EXEC sys.sp_addextendedproperty @name=N'MS_Description', @value=N'Maps 1-to-1 with Technology ID in Technology View' , @level0type=N'SCHEMA',@level0name=N'dbo', @level1type=N'TABLE',@level1name=N'TechnologyAttributes', @level2type=N'COLUMN',@level2name=N'TechnologyID'
GO

ALTER TABLE [dbo].[TechnologyAttributes]  WITH CHECK ADD  CONSTRAINT [FK_TechnologyAttributes_Technology_TechnologyID] FOREIGN KEY([TechnologyID])
REFERENCES [dbo].[Technology] ([TechnologyID])
GO

ALTER TABLE [dbo].[TechnologyAttributes] CHECK CONSTRAINT [FK_TechnologyAttributes_Technology_TechnologyID]
GO

ALTER TABLE [dbo].[TechnologyAttributes] ADD  CONSTRAINT [DF_TechnologyAttributes_CapacityFactor]  DEFAULT ((100)) FOR [CapacityFactor]
GO

ALTER TABLE [dbo].[TechnologyAttributes] ADD  DEFAULT ((-1)) FOR [MonthsToPreliminaryExpiry]
GO
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Phillip BurtonDirector, Practice Manager and Computing ConsultantCommented:
>>We need to have two technlogyid's in this table now for some technologies as we are introducing a new flag column for this test table

Then can't you have (as I was suggesting earlier) a composite PK, i.e. technologyid and flag?
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gvamsimbaAuthor Commented:
Hi Phillip,

How do I do that ?
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Phillip BurtonDirector, Practice Manager and Computing ConsultantCommented:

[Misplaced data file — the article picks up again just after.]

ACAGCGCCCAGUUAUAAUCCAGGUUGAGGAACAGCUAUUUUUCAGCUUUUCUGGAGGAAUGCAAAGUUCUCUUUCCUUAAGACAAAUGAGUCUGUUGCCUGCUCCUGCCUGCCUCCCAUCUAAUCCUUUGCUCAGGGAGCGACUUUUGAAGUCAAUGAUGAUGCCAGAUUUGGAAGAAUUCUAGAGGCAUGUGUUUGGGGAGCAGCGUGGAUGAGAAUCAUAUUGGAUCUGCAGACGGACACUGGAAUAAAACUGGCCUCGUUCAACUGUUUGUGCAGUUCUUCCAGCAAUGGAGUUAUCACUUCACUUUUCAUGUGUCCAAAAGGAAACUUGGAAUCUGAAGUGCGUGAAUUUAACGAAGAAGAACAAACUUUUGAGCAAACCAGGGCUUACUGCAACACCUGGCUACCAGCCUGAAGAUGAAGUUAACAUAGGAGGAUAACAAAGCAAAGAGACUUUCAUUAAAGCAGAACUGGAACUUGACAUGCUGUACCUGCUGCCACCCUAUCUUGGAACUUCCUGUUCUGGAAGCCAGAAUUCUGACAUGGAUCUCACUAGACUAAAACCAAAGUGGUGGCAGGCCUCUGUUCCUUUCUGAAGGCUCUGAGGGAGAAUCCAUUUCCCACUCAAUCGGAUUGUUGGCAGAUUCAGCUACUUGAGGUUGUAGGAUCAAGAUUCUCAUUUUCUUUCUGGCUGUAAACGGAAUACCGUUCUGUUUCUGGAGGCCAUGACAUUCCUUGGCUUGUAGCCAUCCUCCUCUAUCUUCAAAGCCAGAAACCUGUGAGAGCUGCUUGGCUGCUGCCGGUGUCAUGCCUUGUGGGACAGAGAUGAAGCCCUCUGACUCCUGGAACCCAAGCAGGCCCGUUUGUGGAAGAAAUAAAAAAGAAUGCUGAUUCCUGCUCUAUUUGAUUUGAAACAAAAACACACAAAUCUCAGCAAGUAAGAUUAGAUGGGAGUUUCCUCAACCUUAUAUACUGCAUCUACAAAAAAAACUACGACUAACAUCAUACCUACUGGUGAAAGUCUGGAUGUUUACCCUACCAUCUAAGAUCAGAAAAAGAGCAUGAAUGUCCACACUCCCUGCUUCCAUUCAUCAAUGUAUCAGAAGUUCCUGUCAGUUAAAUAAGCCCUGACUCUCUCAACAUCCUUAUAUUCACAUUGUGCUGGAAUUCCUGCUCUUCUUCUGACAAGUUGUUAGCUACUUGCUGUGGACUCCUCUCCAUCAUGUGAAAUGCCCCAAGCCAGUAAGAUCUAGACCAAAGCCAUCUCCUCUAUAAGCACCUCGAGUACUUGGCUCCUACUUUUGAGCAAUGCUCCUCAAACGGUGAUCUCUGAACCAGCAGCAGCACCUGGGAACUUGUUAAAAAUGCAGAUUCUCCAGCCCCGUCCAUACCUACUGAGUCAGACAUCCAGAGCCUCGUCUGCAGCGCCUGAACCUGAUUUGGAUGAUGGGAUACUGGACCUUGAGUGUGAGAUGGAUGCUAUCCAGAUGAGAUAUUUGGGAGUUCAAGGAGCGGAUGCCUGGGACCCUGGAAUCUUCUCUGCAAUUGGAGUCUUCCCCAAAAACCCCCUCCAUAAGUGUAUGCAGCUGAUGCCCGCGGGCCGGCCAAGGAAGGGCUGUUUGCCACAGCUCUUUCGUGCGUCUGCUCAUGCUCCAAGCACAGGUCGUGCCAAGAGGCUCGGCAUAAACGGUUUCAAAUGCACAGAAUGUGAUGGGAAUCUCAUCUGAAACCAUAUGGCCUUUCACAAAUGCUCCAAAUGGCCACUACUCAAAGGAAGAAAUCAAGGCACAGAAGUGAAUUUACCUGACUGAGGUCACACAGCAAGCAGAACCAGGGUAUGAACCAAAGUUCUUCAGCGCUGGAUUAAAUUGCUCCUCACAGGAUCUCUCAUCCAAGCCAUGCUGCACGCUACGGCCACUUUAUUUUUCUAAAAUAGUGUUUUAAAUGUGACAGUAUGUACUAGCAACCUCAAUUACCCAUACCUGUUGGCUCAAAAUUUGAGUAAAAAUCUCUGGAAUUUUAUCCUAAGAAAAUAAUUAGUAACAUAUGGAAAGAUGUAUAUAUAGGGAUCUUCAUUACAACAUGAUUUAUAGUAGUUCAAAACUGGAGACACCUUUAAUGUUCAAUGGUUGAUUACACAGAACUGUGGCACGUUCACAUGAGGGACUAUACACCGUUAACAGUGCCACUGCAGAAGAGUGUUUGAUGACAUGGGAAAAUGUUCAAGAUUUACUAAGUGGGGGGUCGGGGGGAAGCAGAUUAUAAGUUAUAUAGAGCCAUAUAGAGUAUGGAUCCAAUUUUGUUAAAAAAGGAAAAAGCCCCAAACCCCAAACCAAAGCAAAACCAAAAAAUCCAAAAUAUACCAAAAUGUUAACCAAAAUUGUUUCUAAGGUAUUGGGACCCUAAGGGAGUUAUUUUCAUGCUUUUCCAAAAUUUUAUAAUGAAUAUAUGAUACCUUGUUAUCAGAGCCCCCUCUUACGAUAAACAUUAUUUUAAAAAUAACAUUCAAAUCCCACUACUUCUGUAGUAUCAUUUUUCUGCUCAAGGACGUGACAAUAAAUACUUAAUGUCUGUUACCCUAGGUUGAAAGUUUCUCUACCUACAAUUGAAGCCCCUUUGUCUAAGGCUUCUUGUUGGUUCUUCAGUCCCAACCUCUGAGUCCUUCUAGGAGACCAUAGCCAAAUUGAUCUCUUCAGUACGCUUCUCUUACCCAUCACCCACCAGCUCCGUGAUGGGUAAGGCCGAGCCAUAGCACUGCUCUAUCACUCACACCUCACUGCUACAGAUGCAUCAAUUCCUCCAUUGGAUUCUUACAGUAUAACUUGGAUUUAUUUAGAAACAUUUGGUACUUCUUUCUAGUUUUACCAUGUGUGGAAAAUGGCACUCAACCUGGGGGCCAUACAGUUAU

drop your existing PK, and then

alter table test
add constraint PKTest primary key(technlogyid,[Flag])
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gvamsimbaAuthor Commented:
oh Got you Phillip, what you are saying is, instead of creating a new Primary key column to this table, we would just drop the existing PK on the technologyid column and then add a new column which is a flag.
and then create a new composite primary key on technlogyid column and flag column which will make sure that
the combination values in both these columns are never the same ?

Is it right ?
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Phillip BurtonDirector, Practice Manager and Computing ConsultantCommented:
Well, you are saying that you have or are going to add a new column which is a flag, and then presumably you want the combination values in both columns to be never the same, so you can have:

TechnologyID Flag
665                   True
666                   True
666                   False
667                   True

If that is so, then yes.
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gvamsimbaAuthor Commented:
Yes that is right , those combination values should never be the same. this is a look up table anyway...

But how many Indexes will this create now ?

clustered or non-clustered ?
0
 
Phillip BurtonDirector, Practice Manager and Computing ConsultantCommented:
Should only be the same number of indexes - you are dropping one PK and creating another.

And PKs by default should be clustered, but if you have a reason for non-clustered...
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gvamsimbaAuthor Commented:
But I thought clustered index can only be on one column...is it not right ?
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Phillip BurtonDirector, Practice Manager and Computing ConsultantCommented:
No - you can't have more than one clustered index per table, but a clustered index can be over more than one column.

For example, this code, which creates a table then adds a composite clustered index, works:

CREATE TABLE [dbo].[Salads](
	[ID] [int] NOT NULL,
	[name] [nvarchar](10) NULL,
	[F1] [nvarchar](10) NULL,
	[F2] [nvarchar](10) NULL,
	[F3] [nvarchar](10) NULL)
GO

CREATE CLUSTERED INDEX IX_Salads 
    ON dbo.Salads (ID, [name]); 

Open in new window

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gvamsimbaAuthor Commented:
Excellent...
0